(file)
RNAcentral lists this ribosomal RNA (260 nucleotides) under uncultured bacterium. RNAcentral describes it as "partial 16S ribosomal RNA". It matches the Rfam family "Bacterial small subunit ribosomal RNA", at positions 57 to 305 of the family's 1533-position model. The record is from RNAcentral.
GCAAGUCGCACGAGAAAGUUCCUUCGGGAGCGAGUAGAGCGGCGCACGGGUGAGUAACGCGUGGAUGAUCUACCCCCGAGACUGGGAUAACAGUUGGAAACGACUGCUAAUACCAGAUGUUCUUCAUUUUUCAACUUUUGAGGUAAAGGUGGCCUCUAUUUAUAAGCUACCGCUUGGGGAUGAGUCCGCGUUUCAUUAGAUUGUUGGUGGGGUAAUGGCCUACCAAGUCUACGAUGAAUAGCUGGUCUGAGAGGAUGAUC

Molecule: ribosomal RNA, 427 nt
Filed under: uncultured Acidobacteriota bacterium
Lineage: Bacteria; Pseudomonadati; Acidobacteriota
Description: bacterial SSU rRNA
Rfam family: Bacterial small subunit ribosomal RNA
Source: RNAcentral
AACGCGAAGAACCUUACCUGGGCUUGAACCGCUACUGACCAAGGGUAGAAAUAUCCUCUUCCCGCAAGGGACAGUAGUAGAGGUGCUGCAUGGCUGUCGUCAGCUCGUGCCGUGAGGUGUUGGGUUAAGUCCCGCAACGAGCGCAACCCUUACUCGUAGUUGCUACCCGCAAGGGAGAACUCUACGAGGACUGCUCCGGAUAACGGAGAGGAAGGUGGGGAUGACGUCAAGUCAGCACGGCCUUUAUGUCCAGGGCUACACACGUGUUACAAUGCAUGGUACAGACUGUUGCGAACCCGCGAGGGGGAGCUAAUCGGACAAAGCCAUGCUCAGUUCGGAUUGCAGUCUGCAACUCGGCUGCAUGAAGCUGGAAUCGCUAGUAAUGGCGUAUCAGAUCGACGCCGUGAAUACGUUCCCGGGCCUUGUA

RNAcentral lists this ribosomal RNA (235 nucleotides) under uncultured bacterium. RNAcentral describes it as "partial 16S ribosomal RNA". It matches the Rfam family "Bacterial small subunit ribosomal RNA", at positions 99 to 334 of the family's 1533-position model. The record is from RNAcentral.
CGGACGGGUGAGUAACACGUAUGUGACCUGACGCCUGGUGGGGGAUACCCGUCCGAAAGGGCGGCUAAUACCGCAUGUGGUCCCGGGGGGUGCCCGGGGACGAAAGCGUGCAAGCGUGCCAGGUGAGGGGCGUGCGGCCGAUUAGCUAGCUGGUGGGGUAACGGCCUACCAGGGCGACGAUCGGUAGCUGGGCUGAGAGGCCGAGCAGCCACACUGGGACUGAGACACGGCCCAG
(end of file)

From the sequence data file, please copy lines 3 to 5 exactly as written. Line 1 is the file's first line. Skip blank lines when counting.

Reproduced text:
Molecule: ribosomal RNA, 427 nt
Filed under: uncultured Acidobacteriota bacterium
Lineage: Bacteria; Pseudomonadati; Acidobacteriota